Can the Children Act 2004 be used to prevent children being dispossessed?

Author: Lara Hicks
In: Article Published: Monday 30 April 2018


Can the Children Act 2004 be used to prevent children being dispossessed of their home in circumstances where their parents no longer have any private law right to occupy the home in question?

This was the question the Court of Appeal had to address in the case of Davies v Hertfordshire CC [2018] EWCA Civ 379; judgment was handed down on 6th March 2018.

The appellant (A) was the resident school caretaker at a school in Hertfordshire. In January 2003 A took up occupation of the school bungalow with his family, namely his wife and four children - presently aged 19, 17, 15 and 11 - when he commenced his employment. The respondent (R) owned the bungalow as a local authority (not as a local housing authority).

Laing J, the judge at first instance, found A occupied the bungalow pursuant to a service occupancy. On 12 June 2015 A was dismissed from this employment for gross misconduct and consequently A’s licence to occupy ended at the same time as his employment. Thereafter, A and his family remained in occupation of the bungalow as trespassers, having no private law right to remain.

On 16 June 2015, R served a Notice to Quit (NTQ) which provided for possession to be given on 10 July 2015. A and family remained in possession and R commenced possession proceedings in the County Court at Hertford (subequently transferred to the High Court on A’s application). 

A vigorously defended the claim on several grounds, arguing that service of the NTQ was unlawful 'in the public law sense' as R did not have regard to the best interests of A’s children under section 11 of the Children Act 2004, as well as A’s disability and thus his rights under the Equality Act 2010, and A and his family’s rights under the ECHR. Consequently, contending that a possession order would be disproportionate and unreasonable, a breach of the relevant legislation and Convention. A highlighted that: (i) the bungalow had been the family home for over 12 years; (ii) the family had no alternative accommodation; (iii) A had been a good tenant; and (iv) the property had been specially adapted to accommodate A’s disability and A was suicidal, on medication and had mental health issues.

As to the defence based on section 11 of the Children Act, the material part provides: 

'(1) This section applies to each of the following-

(a) a local authority in England;

(2) Each person and body to whom this section applies must make arrangements for ensuring that—

(a) their functions are discharged having regard to the need to safeguard and promote the welfare of children …'

Laing J held that as A was a service occupier at the inception of his employment agreement, he had no security of tenure and there had been no need for R to serve a NTQ, as the agreement terminated automatically on A’s dismissal – and thus his right (and his family’s) to occupy the bungalow. Further, neither the Equality Act nor section 11 of the Children Act provided a defence to the possession claim. However, she said that if she was wrong on that Children Act point of principle, then she would have found that R had breached that obligation - that R, as a local authority, had failed to ensure its functions were discharged having regard to the need to safeguard and promote the welfare of children. On the evidence, R had given no thought to the presence of A’s children in the bungalow and the effect of service of the NTQ on their welfare.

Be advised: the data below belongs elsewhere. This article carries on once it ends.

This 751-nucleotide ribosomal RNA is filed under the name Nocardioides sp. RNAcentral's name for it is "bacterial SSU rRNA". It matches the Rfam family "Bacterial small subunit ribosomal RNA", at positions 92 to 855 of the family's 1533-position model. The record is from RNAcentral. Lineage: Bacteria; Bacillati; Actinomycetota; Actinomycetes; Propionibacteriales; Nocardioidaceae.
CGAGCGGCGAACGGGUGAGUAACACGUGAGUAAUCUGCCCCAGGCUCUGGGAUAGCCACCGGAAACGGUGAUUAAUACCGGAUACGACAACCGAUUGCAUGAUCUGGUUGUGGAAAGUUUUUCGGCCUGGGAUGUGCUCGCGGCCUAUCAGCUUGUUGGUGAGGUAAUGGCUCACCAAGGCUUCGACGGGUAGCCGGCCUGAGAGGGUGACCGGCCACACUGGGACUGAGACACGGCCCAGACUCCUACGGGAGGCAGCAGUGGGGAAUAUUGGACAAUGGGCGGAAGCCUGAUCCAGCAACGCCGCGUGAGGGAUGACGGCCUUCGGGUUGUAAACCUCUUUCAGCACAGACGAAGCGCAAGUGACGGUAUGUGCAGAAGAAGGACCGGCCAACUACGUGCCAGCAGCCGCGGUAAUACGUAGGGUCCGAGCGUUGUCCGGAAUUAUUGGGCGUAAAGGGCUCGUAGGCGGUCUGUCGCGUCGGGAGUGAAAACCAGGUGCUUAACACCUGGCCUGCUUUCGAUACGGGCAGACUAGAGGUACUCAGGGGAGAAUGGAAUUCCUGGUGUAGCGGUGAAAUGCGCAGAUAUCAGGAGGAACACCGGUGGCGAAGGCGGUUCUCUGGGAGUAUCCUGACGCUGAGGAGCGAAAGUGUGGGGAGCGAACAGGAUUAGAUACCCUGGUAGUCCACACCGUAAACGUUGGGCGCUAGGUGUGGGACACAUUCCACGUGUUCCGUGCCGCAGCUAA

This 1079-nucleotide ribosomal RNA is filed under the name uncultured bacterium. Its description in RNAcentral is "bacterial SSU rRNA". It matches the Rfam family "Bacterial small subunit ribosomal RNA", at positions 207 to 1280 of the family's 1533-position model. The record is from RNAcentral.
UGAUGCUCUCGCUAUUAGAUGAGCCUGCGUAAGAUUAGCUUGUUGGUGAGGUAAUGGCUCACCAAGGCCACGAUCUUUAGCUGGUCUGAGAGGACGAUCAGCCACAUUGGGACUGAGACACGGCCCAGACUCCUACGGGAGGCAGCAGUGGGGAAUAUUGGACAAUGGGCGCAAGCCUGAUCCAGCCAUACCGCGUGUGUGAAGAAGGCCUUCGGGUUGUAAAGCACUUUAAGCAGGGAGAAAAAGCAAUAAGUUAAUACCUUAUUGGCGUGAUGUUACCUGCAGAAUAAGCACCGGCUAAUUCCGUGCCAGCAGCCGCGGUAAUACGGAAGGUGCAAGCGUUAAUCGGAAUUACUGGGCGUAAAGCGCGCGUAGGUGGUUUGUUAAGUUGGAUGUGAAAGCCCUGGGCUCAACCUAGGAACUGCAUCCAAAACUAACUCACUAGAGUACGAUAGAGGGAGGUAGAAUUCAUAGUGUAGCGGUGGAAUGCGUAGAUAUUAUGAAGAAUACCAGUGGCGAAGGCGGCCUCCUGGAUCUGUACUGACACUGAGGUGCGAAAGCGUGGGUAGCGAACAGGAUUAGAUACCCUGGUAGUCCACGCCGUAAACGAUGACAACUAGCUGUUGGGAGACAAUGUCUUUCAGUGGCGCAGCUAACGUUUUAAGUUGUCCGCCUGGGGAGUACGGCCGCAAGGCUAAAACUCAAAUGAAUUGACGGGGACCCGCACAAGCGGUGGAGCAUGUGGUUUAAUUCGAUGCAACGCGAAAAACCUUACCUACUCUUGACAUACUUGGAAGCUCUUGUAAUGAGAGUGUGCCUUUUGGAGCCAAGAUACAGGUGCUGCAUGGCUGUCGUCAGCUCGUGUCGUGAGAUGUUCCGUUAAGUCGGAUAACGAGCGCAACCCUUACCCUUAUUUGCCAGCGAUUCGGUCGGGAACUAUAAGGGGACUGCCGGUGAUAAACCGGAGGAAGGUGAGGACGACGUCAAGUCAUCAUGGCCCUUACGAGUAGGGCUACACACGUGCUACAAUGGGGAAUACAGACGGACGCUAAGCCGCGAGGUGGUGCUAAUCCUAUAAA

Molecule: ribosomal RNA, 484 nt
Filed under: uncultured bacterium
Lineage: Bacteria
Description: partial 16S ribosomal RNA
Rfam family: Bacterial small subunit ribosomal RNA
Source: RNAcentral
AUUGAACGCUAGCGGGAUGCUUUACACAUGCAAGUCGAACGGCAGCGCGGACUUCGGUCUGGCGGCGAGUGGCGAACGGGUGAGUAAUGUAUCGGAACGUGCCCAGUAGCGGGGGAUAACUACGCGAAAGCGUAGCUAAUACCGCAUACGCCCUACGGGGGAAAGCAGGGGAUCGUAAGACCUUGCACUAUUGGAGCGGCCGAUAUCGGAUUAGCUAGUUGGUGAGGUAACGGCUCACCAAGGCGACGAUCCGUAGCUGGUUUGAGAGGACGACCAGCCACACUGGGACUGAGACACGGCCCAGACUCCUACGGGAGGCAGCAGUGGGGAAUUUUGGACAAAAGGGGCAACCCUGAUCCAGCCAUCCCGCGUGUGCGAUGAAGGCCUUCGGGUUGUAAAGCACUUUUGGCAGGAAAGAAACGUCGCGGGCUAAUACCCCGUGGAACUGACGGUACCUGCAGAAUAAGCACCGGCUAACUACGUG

Conversely the judge found no breach of the Equality Act, as there was no evidence before her of A’s disability.

She concluded that seeking possession was a proportionate means of achieving a legitimate aim.

Further that exempting service occupiers from security of tenure was not incompatible with the ECHR and that the varied treatment was objectively justifiable.

On appeal, the Court of Appeal were limited to considering whether, as a point of princple, section 11 of the Children Act could ground a defence to possession proceeedings. The court concluded that it could, though on the facts of the case, the appeal ought still to be dismissed.  This was because the judge at first instance had made no finding of fact that the children in this case would encounter '...any unusual or compelling circumstances beyond the normal and understandable difficulties arising from the uncertainty over the future of their home.' In such circumstances, it had not been established that the impact on the children from being deprived of their home did justify R being deprived of its otherwise unanswerable immediate right to possession of the bungalow pursuant to its property rights, even on a temporary basis. The Court of Appeal thus held that, even had the first instance judge applied the correct point of principle, the outcome for A would have been the same.

Accordingly, the appeal was dismissed.

No doubt a difficult decision for the bench to reach, nonetheless, it is submitted that it is the correct one on the facts, in order that private law property rights be protected and to prevent the floodgates opening for similar children-based defences. 


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